It is interesting to think about Sidonie’s early experiences whilst reading about the rest of her life. Of relevance are not just her cold distant mother, but also her socio-cultural environment of growing up Jewish in a climate of anti-Semitism, clearly internalised by her whole family and trying to hide their identities by being confirmed Catholic, with the constant realistic fear of losing their bourgeois position. Despite the strap line of ‘homosexuality’, Sidonie herself is more comfortable with a self-definition of asexuality, and her discomfort and even disgust with bodies is clear throughout. Her passion for certain women is explained by her appreciation of their beauty, and her fantasies of these women are much more sustainable in her psyche than any real relationships. She does have a couple of sexual encounters, however, with two of the greatest loves of her life, the aforementioned baroness Leonie and, later, a short-lived relationship with Wjera, when both women are reunited after their traumatic experiences (particularly Wjera) in the Second World War. 

What is palpable to me throughout the book is her lack of close relationships, with the exception of a dog and a monkey. This is presented as neither loneliness nor independence, but more as an ever-present regret that her fantasies of the women she has loved throughout her life never translate into ongoing relationships, but her wish always seems to be to feel alive with feelings of passion, rather than for anything relational. 

I was upset when Sidi died at the end of the book, despite her being very clear she had had enough of life at the age of 99 – but I didn’t want her story to end. Perhaps the sense I am left with is a regret at feeling I didn’t really get any relational sense of who Sidonie was, beyond a description of her experiences which, however amazing and fascinating in the context of history, nevertheless leave me with a sense of emptiness, which may well be the emptiness that Sidi herself experienced. If this is the case, the authors did an amazing job to evoke such a response. 

I thoroughly recommend this book to all interested in understanding how we construct our lives from the particular circumstances around where, how and when we are thrown into the world, particularly the cultural impacts of anti-Semitism and heteronormativity, and who wonder about the role of therapy in relation to such issues.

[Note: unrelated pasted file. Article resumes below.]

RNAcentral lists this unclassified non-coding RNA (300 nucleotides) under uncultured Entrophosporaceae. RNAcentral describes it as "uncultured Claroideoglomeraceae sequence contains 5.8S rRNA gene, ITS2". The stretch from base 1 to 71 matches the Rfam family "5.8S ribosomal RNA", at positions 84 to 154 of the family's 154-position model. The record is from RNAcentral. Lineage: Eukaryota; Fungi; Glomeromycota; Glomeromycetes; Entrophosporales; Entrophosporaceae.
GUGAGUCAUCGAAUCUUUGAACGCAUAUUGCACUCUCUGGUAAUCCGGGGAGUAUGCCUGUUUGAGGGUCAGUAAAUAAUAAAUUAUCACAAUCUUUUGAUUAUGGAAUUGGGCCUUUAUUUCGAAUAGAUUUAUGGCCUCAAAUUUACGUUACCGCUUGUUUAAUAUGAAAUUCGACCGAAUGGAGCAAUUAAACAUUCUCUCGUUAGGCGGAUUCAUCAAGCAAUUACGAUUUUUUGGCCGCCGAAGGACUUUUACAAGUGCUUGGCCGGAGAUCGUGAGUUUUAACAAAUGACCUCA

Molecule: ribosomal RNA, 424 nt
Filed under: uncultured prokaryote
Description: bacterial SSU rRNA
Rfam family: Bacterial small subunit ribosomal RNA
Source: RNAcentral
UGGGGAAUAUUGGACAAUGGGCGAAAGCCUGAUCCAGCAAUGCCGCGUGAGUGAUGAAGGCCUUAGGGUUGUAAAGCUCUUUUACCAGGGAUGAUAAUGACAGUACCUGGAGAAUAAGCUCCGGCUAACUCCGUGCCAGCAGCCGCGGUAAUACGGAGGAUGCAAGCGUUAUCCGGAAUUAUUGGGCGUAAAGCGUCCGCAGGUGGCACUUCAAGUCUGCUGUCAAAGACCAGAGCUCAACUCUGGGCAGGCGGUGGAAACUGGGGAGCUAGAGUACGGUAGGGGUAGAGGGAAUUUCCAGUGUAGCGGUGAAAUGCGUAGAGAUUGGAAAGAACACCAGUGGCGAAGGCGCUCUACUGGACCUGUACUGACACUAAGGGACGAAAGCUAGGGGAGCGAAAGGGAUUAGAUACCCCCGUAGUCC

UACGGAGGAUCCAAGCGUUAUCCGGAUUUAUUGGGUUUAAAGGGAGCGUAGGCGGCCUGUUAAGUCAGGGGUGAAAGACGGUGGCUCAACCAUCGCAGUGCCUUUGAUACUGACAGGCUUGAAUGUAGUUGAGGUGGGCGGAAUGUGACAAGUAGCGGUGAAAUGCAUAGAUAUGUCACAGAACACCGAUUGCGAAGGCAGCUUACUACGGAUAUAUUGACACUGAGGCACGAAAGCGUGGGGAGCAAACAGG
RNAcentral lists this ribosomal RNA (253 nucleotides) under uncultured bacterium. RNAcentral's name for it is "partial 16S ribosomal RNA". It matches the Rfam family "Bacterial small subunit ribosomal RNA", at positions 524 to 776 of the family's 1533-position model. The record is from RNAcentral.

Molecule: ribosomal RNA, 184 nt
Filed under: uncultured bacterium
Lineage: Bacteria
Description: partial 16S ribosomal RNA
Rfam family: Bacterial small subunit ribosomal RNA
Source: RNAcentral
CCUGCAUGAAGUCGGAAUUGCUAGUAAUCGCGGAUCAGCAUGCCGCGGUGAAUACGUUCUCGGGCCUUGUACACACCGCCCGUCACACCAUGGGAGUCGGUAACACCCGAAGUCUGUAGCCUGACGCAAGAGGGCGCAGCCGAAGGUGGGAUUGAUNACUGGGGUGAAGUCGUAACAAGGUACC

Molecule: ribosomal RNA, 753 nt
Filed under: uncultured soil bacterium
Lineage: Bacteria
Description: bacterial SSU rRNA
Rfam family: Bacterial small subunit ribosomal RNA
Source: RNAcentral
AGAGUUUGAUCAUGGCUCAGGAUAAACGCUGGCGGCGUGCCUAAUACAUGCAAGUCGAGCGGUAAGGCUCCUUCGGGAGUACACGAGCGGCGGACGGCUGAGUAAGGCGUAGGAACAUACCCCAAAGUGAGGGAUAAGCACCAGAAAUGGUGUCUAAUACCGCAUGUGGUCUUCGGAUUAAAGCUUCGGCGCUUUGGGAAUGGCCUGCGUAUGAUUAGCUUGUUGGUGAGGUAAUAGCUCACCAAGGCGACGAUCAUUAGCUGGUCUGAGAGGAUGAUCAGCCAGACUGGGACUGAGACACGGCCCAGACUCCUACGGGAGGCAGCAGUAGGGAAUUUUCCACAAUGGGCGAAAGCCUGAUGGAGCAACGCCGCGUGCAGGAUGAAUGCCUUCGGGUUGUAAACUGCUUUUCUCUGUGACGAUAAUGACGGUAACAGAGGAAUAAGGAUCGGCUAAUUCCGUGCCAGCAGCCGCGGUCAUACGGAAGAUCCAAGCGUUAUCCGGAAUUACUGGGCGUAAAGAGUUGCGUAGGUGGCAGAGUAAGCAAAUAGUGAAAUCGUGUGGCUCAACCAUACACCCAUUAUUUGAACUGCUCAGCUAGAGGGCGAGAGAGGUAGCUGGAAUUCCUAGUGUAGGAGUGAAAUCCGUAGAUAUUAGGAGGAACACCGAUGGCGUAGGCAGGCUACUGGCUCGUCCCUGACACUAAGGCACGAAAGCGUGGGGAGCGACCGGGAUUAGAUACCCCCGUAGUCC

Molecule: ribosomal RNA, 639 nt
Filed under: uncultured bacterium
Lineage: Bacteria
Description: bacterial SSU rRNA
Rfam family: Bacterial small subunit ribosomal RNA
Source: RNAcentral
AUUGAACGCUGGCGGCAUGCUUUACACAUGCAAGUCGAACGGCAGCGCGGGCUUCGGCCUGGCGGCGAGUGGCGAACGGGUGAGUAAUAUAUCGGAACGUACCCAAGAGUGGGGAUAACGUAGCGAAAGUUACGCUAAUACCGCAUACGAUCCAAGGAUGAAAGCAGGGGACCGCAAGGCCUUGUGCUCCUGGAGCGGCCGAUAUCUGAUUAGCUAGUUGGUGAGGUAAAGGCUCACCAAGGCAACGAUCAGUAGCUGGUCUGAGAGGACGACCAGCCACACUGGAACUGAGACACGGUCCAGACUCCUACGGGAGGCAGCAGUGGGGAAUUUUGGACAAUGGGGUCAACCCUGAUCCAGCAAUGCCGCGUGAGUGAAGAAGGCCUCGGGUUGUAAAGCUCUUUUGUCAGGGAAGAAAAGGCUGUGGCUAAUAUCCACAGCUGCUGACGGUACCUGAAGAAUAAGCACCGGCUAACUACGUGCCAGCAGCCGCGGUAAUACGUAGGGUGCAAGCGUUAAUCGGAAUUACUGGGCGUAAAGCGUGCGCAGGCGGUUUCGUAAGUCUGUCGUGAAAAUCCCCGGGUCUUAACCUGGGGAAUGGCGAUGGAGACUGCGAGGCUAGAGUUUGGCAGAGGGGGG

Dr Gillian Proctor is Lecturer in Counselling and Psychotherapy, University of Leeds, UK. 

Book Review: The Story of Sidonie C in BACP Private Practice, September 2020

Private Practice is the quarterly journal of BACP Private Practice division, for counsellors and psychotherapists working independently. It is published by the British Association for Counselling and Psychotherapy ( BACP)

REVIEW BY: Catherine Jackson, freelance editor and writer, specialising in counselling and mental health

BACP Private Practice, September 2020 p.37

Sidonie C’ was the subject of Freud’s only recorded ‘Case of Homosexuality in a Woman’, published in 1920. She was, in fact, Margarethe Csonka, the indulged daughter of a Viennese industrialist, whose life spanned almost the whole of the 20th century, from 1900 to 1999. Her biographers decided to respect her confidentiality nonetheless, and gave her the name ‘Sidonie’, or Sidi.

The book is drawn from interviews with Sidi in the latter years of her life when she had returned to Vienna, having fled the Nazi Anschluss during the Second World War. Her family was Jewish, although she was raised a Catholic. She left Vienna a year or so into the war, aided by various Jewish refugee organisations. She lived first with two of her brothers in Cuba and then, post war, in America.